Appaloosa Management is a value hedge fund managed by billionaire David Tepper (whose name might sound familiar to any recent attendees of Carnegie Mellon’s Tepper School of Business). The fund has an estimated $16 billion under management. We have gone through Appaloosa’s 13F for the third quarter of 2012 and picked out a few of the fund’s investment themes. Read on for our discussion and compare Appaloosa’s picks to previous filings.
AIG. American International Group, Inc. (NYSE:AIG) was Appaloosa’s largest new position in the third quarter, with the fund reporting a position of 8.3 million shares. AIG had been a frequent buy among hedge funds during the second quarter, including fellow billionaire Dan Loeb’s Third Point, and even after rising 27% year to date AIG trades at about half the book value of its equity. The business is showing signs of improvement, with revenue rising rapidly last quarter compared to the third quarter of 2011, and it trades at 9 times forward earnings estimates. With much of the market still showing poor sentiment against the company, we think it could be a good value stock.
Airlines. The fund had bought shares of United Continental, US Airways Group, Inc. (NYSE:LCC), and Delta Air Lines, Inc. (NYSE:DAL) during the second quarter and added shares of each of those stocks during the third quarter as well. Investors typically fear investing in airlines because of the relatively high bankruptcy risk- many major airlines have declared bankruptcy at some point in the last 20 years- but we’ve been interested in the airlines as value stocks for some time because of their cheap valuations. The forward P/E multiples of these three airlines are in the 4-5 range, with Delta and US Airways having trailing P/Es in that range. Since Wall Street analysts expect considerable growth over the next several years, these results in very low five-year PEG ratios. The industry should drive somewhat low multiples, but the possibility that US Airways will take over American Airlines should also reduce competition and allow for prices to be raised. We’d avoid United Continental, specifically, because its business has not been doing as well recently but we like the other two airlines as value plays.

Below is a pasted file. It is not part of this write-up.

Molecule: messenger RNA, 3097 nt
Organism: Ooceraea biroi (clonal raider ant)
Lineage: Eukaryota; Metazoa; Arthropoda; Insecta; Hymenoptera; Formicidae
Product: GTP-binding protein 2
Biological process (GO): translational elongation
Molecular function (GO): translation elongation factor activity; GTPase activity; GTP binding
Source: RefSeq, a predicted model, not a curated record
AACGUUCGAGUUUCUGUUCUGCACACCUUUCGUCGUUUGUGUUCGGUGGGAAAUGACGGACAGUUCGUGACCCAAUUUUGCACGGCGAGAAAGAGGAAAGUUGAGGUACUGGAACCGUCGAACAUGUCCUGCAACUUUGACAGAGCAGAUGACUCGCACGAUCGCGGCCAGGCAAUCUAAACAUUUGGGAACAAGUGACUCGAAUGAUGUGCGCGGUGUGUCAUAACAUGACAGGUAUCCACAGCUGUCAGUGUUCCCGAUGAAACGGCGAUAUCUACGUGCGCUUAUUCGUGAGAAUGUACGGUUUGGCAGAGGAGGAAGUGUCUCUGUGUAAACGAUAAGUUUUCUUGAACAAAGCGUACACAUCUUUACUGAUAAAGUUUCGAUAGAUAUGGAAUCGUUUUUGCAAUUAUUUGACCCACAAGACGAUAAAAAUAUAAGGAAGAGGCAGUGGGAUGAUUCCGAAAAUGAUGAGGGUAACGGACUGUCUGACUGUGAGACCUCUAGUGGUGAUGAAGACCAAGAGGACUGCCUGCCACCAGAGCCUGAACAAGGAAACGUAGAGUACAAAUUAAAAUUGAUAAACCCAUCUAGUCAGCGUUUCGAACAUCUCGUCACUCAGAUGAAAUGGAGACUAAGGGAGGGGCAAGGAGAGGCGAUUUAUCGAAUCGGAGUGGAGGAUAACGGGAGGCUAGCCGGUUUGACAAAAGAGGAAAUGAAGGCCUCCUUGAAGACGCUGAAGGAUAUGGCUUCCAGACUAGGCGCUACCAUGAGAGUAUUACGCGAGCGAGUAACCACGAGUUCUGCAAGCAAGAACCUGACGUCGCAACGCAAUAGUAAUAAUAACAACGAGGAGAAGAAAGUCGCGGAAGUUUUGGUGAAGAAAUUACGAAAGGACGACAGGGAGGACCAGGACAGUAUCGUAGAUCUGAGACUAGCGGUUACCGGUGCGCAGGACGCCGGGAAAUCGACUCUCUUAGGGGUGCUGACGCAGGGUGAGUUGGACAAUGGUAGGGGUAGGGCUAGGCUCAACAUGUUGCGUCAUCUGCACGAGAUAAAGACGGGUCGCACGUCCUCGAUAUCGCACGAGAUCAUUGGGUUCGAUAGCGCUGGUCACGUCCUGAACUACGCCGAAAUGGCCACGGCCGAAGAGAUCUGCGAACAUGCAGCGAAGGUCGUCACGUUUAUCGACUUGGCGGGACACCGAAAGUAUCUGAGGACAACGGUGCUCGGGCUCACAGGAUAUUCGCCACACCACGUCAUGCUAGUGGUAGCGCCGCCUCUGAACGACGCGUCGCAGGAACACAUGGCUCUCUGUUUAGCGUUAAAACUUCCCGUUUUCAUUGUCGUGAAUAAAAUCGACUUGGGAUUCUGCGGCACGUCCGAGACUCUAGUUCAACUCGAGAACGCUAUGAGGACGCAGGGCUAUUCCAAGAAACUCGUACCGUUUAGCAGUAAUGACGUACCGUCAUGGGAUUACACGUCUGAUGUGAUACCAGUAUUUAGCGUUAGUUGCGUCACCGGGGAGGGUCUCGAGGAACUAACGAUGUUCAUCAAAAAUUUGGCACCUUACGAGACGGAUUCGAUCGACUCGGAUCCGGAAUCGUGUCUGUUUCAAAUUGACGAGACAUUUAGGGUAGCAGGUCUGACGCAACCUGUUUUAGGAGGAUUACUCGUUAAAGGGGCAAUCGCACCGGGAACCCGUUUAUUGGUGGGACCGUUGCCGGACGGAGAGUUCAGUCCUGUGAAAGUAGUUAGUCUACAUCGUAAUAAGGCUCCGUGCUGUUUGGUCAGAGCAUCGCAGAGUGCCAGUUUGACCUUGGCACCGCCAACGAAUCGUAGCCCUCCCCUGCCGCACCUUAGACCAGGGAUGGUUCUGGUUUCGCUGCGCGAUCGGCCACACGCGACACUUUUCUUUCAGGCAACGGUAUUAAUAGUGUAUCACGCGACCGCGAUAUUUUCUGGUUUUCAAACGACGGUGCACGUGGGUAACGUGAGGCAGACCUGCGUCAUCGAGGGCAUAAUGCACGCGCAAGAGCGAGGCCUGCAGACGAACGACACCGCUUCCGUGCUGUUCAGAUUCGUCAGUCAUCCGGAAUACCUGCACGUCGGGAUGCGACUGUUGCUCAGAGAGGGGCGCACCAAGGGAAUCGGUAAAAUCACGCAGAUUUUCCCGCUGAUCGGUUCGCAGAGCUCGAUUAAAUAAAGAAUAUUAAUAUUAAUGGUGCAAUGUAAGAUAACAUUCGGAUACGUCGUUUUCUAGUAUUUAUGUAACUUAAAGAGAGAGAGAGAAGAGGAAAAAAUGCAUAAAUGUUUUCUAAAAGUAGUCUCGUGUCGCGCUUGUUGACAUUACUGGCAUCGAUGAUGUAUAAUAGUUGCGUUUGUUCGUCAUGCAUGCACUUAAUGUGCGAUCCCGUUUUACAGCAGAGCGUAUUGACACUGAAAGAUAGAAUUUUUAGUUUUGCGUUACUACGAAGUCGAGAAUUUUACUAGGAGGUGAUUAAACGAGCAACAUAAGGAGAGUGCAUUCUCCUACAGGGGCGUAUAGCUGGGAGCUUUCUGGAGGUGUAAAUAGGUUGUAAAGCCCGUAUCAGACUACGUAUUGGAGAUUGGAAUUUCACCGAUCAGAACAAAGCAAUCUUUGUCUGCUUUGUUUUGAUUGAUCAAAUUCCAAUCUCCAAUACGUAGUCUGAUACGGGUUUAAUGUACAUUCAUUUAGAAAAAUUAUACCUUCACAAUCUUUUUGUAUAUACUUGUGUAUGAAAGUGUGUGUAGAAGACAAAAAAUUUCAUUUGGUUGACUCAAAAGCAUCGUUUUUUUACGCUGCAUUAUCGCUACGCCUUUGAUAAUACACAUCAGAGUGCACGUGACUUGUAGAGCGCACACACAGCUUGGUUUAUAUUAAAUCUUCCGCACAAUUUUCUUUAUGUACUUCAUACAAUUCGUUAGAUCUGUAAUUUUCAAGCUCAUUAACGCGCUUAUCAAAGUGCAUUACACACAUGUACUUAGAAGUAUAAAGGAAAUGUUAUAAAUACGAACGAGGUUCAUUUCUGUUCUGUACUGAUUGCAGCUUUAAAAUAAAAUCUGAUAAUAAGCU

Autos. Appaloosa increased its positions in General Motors Company (NYSE:GM) and The Goodyear Tire & Rubber Company (NYSE:GT), which had also been among its largest positions at the end of June. GM has become a trendy value stock over the past few months, with billionaire David Einhorn of Greenlight Capital presenting it as a long pick at October’s Value Investing Congress (our analysis of Greenlight’s own 13F showed that fund buying shares during the third quarter). The automaker’s multiples certainly look good- it trades at 9 times trailing earnings- but its peers have P/Es in that same range or only slightly higher, and to put it bluntly they have better brand names than “Government Motors” does. With GM’s earnings actually slipping in the third quarter versus a year earlier, we think that hedge funds like Appaloosa should be looking elsewhere. To Tepper and his team’s credit, they’ve done that by also owning Goodyear. This is a risky stock with high debt loads and pension obligations, and its business was down last quarter compared to Q3 2011, but it trades at only 5 times consensus earnings for 2013 and carries a five-year PEG ratio of 0.2. It’ll probably underperform analyst expectations, but would have to see extremely poor performance in order to prove overvalued at current prices. We think it matches up well with auto parts companies and other alternative ways to play an auto thesis.
For the most part Appaloosa looks like it has picked out some good value stocks- major airlines and AIG look like good buys for investors. We’re less certain of how it’s playing a recovery in the auto industry, and while we can see an argument for Goodyear we’d prefer to own automakers other than GM.